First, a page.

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About Us

Code of Conduct

Why We Have a Code of Conduct

The Department of History is committed to protecting all members of our community, especially those in vulnerable positions. Mutual respect is expected; neither harassment nor bullying will be tolerated. The principles and policy contained in this document apply to students, faculty, and staff in the Department of History.


Respect is an ethical practice. In an educational setting, all persons should conduct themselves with dignity and courtesy, and do their utmost to act in a nondiscriminatory manner. The department acknowledges the rights of all to hold diverse values and opinions. The practice of mutual respect fosters freedom of expression and open inquiry. When a culture of mutual respect is not maintained, everyone suffers by the voices we lose and the diminished reach of the voices that remain.


Harassment is a form of discrimination and misconduct by which the harasser asserts a relationship of power over the harassed through behavior that causes feelings of fear or distress. Harassment implies that an individual is not worthy of respect and that the views and person of that individual hold little or no value. Harassment may be overt or subtle, public or private, in-person or online, sexual or otherwise. All forms of harassment hurt the individual and the community in far-reaching and long-standing ways.

Harassment includes demeaning, humiliating, and threatening actions, comments, jokes, other forms of verbal and/or written communication—in person, via email, in writing, or on social media—, body language, and physical contact, based on sex, gender, sexual orientation, gender identity, race, ethnicity, age, religion, physical and mental ability, or any other legally protected characteristic, and intersections thereof.

Sexual harassment includes:

  • Unwanted sexual advances
  • Requests for sexual favors
  • Other verbal and physical conduct of a sexual nature
  • Offensive or suggestive jokes or remarks
  • Inappropriate personal questions or conversations
  • Unwelcome or nonconsensual physical contact, such as patting, hugging, or touching
  • Display of sexually explicit, offensive, or demeaning images except for scholarly analysis
  • Leering or ogling; sexual remarks about someone’s clothing or body
  • Repeated requests for dates after having been told no
  • Retaliatory behavior


The Centers for Disease Control and Prevention consider bullying a serious problem. Bullying includes:

  • Intentional aggression, physical, verbal, or social in nature, direct or indirect
  • A power imbalance between aggressor and victim, distinguishing bullying from other forms of peer aggression
  • Either a single serious incident or repeated incidents


Microaggressions need not be intentional. They are seemingly casual behavioral acts that denigrate members of traditionally marginalized groups. They may seem minor to the one who commits them, but the target may be on the receiving end of a constant barrage. In an educational setting, microaggressions undermine mutual respect and equitable exchange of ideas.

Committee on Climate and Culture

Committee members (2020-21):

  • Joanie Rubin (chair)
  • Elias Mandala, Mical Raz (spring only)
  • Jacqui Rizzo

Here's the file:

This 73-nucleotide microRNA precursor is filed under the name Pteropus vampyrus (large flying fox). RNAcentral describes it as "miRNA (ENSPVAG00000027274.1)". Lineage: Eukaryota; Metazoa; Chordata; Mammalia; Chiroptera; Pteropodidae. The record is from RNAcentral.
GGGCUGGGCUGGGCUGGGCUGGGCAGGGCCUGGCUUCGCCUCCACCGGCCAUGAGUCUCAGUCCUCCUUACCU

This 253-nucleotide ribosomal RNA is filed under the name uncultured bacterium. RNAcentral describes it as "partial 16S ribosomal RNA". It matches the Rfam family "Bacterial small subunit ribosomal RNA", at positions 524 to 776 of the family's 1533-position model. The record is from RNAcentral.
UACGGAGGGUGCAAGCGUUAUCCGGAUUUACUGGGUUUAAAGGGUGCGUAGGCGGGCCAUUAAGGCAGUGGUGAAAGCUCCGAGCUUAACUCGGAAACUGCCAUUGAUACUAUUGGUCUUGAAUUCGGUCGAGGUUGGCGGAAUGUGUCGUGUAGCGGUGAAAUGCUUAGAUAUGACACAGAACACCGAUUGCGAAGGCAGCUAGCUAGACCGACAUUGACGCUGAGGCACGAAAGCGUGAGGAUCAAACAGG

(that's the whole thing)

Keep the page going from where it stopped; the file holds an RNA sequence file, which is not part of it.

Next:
• Daniel McDermott
  • Kaylee Kisselburgh
  • Laura Smoller (ex officio)


If you are concerned in any fashion about behavior, climate, or culture within the Department of History, we encourage you to contact one or more of the resources listed below. The chair of the Climate and Culture Committee will update this list as more information becomes available.

Mental Health Referrals

Anyone in the University of Rochester community can submit a CARE referral if they have a concern about a student, including yourself.

Reporting Sexual Misconduct and Bias-Related Incidents

To file a Title IX (sexual misconduct) initial report you can submit a sexual misconduct report online or contact the Title IX Office at

Any member of the campus community can file a Bias-related Incident Report if they experience, witness or hear about events or interactions that affect themselves or their colleagues and friends negatively, based on bias of any kind. Here are other resources regarding this process:


University and Department Contacts
RoleContact Information
History Department Ombudsperson, StaffJacqui Rizzo
(585) 275-2052
History Department Ombudsperson, FacultyRuben Flores
History Department Ombudsperson, Graduate StudentAlice Wynd
History Department ChairLaura Smoller
(585) ​275​-​7721
Graduate Student Ombudsperson for Social Science and HumanitiesMarie-Joelle Estrada
Associate Professor, Psychology
(585) 275-8685
Faculty OmbudspersonJohn Barker
(585) 275-2121
Staff Ombudsperson, AS&ECol Raimond
(585) 275-9125
Dean of the Faculty of Arts, Sciences, and Engineering Donald Hall
(585) 273-5000
Dean of Graduate Education and Postdoctoral AffairsNick Vamivakas
(585) 275-2089
Dean of the School of Arts and SciencesGloria Culver
(585) 275-5000
Dean of the CollegeJeffrey Runner
(585) 275-5000
Dean for Diversity, AS&EBeth Olivares
(585) 275-7531
University Intercessor

Lynnett Van Slyke
(585) 275-9125

University IntercessorFrederick Jefferson
(585) 278-7245
Title IX CoordinatorRachel Koegel
(585) 275-3504
Public Safety(585) 275-3333
Public safety website
Employee Assistance Program (EAP)(585) 276-9110
University Counseling Center (UCC)
Available 24/7
(585) 275-3113
UCC website
University Health Service (UHS)(585) 275-2662
UHS website
Interfaith Chapel(585) 275-4321
Chapel website
Center for Excellence in Teaching and Learning (CETL)(585) 275-9049
CETL website
College Center for Advising Services (CCAS)(585) 275-2354
CCAS website